Roman Malanke

Thank You, Year 2017

If you read this, you must really care about what I have to say. Every year since 2009, I wrote a little summary of the passing year and published it here on my personal website. But this year, unlike all others, I haven’t posted a link to this blog on any of the social networks. So the only way you could end up here was to deliberately and consciously type in in your browser. And I can’t believe you actually did. Thank you very much for that.

You would have noticed that this year I didn’t do any blog writing and had minimal activity on social media. This is because I got fatigued to the point of sickness by the amount of sharing and posting and re-sharing and re-posting everyone does. People of today seem to prefer experiencing travels, concerts, friend reunions, grandma dinners, and even romantic dates through the lense of their Instagrams rather than through bare retinas of their eyes. And what’s there about telling your loved one how much you love them via a public Facebook post? Do I love my wife less if I don’t do it?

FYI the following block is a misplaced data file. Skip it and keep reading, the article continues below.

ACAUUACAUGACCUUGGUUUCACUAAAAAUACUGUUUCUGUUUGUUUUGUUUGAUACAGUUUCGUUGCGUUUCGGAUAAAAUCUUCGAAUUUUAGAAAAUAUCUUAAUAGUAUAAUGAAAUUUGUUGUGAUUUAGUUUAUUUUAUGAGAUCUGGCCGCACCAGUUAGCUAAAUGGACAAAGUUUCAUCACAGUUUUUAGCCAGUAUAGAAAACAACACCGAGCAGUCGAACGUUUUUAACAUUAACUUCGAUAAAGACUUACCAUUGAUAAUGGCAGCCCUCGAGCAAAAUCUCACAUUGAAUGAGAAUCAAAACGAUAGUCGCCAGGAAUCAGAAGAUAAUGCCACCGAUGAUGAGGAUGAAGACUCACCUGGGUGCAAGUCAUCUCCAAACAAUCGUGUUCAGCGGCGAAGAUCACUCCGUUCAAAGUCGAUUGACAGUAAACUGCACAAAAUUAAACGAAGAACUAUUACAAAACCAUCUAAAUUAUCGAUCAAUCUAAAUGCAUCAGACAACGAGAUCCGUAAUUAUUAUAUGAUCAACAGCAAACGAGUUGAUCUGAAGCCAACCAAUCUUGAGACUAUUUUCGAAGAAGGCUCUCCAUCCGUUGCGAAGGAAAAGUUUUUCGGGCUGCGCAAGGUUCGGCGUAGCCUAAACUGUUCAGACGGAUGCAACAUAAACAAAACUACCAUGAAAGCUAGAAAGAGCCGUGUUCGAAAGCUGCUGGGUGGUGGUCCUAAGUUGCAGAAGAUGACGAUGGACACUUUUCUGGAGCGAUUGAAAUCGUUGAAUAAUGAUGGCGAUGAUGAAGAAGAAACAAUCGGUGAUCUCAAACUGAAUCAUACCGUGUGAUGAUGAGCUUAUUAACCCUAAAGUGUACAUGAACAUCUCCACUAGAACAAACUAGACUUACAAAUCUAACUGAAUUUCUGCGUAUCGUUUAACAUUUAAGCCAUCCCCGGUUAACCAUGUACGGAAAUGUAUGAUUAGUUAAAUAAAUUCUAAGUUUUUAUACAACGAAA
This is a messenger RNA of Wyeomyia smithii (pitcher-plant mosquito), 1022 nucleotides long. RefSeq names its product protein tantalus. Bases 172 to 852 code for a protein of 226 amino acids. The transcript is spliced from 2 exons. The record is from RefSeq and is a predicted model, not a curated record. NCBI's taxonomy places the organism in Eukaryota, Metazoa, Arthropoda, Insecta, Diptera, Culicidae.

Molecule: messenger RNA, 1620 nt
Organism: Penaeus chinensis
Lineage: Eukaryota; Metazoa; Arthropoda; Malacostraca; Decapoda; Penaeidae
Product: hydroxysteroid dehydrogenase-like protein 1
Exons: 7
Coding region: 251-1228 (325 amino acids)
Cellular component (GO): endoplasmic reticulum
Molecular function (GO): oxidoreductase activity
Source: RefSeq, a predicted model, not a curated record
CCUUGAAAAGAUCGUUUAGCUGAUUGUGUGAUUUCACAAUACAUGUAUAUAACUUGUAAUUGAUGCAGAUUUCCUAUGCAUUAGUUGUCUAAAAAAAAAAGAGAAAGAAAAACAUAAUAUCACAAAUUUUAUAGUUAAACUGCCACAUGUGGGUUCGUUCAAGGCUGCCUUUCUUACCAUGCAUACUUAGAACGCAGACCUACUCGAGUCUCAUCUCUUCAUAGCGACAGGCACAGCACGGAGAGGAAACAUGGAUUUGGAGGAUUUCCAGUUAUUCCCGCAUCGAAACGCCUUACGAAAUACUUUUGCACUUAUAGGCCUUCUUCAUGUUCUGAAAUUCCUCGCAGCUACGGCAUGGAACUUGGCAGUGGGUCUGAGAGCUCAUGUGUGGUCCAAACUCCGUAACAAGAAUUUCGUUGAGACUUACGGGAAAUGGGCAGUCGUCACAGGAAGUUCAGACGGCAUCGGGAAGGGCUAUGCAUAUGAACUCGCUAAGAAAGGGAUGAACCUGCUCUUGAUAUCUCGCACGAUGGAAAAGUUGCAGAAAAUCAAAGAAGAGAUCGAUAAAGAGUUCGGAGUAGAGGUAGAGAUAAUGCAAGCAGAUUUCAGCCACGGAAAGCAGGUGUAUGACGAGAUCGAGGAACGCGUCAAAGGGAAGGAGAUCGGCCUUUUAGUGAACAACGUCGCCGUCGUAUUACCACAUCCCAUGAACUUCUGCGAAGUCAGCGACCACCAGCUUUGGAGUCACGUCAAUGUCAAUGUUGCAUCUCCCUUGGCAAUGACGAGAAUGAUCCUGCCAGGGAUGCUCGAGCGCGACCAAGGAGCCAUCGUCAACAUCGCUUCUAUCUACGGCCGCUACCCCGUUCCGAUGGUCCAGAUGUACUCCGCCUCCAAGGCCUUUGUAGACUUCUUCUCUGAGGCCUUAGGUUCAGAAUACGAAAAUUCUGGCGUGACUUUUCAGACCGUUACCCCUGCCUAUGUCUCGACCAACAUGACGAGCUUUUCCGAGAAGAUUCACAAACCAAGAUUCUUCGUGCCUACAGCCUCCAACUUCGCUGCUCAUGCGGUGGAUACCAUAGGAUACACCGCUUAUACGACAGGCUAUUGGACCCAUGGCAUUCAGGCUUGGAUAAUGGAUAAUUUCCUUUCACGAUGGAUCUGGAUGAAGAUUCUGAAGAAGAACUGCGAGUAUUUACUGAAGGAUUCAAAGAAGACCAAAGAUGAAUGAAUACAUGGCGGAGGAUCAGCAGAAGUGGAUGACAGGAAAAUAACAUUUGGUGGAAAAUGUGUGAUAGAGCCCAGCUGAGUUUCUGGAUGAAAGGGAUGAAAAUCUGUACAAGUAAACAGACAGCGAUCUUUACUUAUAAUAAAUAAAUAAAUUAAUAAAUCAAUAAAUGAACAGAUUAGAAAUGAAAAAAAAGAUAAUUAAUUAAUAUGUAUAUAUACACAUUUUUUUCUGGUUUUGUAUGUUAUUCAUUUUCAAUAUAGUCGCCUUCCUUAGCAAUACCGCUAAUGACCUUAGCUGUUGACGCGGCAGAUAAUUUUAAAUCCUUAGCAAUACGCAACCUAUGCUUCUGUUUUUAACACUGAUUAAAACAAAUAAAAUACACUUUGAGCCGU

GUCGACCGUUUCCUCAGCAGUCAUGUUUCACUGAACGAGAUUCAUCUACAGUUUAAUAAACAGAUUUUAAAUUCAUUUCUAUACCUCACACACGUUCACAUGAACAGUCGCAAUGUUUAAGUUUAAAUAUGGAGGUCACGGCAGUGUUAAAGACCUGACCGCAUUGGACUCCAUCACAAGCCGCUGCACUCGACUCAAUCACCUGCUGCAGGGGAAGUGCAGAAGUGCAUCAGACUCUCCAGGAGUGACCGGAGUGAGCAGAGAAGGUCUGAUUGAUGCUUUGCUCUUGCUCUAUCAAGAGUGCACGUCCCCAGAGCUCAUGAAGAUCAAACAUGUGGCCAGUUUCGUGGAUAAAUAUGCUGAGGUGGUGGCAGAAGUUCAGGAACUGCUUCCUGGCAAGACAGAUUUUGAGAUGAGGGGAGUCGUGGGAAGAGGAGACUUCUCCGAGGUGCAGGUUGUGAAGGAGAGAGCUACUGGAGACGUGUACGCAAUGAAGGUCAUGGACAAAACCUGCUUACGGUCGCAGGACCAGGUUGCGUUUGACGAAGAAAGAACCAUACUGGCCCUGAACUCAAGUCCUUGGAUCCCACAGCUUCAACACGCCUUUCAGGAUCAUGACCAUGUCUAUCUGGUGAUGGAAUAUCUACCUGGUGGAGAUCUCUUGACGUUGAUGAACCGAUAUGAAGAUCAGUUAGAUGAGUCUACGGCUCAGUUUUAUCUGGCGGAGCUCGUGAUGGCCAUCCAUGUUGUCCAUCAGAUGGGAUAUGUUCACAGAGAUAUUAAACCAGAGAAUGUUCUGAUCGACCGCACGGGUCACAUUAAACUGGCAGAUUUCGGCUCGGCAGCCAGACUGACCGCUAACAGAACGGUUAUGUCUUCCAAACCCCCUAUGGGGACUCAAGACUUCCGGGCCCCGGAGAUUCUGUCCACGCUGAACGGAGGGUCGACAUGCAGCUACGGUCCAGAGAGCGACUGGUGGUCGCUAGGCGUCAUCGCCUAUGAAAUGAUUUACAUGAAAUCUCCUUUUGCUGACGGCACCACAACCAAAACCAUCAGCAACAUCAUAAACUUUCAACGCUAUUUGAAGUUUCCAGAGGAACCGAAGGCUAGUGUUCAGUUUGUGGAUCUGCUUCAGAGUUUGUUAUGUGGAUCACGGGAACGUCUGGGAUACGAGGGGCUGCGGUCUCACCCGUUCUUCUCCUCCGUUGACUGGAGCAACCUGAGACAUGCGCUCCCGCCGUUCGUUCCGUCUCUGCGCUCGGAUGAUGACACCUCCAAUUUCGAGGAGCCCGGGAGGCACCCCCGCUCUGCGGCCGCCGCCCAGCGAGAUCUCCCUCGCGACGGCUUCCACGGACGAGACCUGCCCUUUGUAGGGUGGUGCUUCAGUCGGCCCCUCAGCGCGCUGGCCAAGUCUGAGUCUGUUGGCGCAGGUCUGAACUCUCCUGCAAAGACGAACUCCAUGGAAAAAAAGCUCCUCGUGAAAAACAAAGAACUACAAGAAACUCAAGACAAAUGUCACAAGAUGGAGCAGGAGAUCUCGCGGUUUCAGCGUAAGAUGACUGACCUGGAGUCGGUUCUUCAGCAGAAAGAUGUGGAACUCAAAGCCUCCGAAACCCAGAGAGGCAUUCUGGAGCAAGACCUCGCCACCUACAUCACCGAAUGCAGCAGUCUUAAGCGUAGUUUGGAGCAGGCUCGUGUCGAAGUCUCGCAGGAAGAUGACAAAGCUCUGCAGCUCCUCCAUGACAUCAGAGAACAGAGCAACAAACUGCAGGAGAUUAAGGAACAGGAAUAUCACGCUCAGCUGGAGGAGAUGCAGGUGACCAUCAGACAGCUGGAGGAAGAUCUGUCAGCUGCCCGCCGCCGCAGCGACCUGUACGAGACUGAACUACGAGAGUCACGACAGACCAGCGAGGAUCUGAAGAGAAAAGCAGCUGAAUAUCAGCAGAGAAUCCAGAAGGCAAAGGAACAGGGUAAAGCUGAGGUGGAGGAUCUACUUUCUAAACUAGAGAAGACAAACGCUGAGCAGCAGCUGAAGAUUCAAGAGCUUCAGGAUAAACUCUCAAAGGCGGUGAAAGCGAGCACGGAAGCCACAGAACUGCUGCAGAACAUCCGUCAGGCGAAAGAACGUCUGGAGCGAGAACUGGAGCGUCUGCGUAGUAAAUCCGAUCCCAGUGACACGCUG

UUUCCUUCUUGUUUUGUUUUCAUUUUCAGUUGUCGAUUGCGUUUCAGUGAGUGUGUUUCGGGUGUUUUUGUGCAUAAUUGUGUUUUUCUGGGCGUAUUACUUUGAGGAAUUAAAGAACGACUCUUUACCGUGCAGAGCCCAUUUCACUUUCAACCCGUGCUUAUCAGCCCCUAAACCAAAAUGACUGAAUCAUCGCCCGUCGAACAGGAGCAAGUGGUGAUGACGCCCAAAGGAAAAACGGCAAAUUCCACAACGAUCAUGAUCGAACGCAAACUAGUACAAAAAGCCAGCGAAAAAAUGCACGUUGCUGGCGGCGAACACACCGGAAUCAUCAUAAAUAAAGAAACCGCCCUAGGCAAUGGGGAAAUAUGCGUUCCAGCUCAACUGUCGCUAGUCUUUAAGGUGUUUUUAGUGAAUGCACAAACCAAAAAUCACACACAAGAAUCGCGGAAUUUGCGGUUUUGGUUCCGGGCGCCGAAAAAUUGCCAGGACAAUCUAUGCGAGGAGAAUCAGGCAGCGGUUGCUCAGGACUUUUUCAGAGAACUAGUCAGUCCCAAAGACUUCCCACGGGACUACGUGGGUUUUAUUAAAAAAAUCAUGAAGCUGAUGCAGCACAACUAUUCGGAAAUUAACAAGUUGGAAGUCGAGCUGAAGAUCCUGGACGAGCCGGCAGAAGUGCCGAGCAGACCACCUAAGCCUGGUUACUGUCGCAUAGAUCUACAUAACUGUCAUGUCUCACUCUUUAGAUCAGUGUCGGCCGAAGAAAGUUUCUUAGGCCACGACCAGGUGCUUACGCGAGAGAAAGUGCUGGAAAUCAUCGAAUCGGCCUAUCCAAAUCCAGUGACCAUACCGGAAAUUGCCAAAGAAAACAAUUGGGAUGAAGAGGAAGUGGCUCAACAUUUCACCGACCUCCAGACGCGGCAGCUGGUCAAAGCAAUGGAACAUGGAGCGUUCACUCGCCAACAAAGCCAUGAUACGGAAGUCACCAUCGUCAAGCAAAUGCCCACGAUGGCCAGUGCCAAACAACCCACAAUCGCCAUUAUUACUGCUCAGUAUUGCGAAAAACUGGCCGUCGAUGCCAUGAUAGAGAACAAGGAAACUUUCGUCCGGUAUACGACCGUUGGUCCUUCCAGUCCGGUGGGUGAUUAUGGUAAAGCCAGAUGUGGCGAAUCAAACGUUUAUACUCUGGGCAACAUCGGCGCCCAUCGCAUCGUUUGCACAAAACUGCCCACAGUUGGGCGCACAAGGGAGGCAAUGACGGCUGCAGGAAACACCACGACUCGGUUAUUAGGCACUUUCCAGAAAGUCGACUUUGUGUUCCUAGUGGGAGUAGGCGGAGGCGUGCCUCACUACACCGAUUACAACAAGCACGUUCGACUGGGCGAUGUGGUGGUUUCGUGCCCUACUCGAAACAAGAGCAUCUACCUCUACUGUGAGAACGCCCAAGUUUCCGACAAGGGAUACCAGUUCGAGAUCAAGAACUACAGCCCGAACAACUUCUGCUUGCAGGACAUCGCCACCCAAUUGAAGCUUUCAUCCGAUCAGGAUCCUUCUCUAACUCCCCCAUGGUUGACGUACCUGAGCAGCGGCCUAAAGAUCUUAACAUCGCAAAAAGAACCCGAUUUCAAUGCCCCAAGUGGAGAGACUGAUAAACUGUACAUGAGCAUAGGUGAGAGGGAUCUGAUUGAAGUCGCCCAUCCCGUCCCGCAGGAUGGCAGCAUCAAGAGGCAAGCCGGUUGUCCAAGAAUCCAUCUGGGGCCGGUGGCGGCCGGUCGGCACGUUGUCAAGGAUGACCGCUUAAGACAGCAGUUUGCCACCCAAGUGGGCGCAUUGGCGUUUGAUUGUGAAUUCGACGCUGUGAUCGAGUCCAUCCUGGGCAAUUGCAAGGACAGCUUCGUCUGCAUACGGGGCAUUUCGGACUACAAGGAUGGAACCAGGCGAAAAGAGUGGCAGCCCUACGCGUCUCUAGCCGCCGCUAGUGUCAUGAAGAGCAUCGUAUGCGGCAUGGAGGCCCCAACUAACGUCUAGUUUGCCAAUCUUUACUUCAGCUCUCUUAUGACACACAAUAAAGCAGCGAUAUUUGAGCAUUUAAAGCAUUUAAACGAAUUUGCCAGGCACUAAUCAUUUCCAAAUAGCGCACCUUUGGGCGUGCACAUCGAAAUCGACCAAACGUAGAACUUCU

Hunting for “likes” on social media is an amazing psychological phenomenon for sure. Some people even reduced themselves to what I call “algorithm servants”. On LinkedIn for example, someone has figured out that if you write ridiculously short paragraphs and have double line breaks between them, the algorithm will rank your posts higher and hence more people will see them. So now my feed is filled with posts that read like “Bla bla bla. Line break, line break. Bla bla. Line break, line break.” I find those posts ridiculous and people who write like that — fools. I never read them. Line break, line break. As a matter of principle. Line break, line break.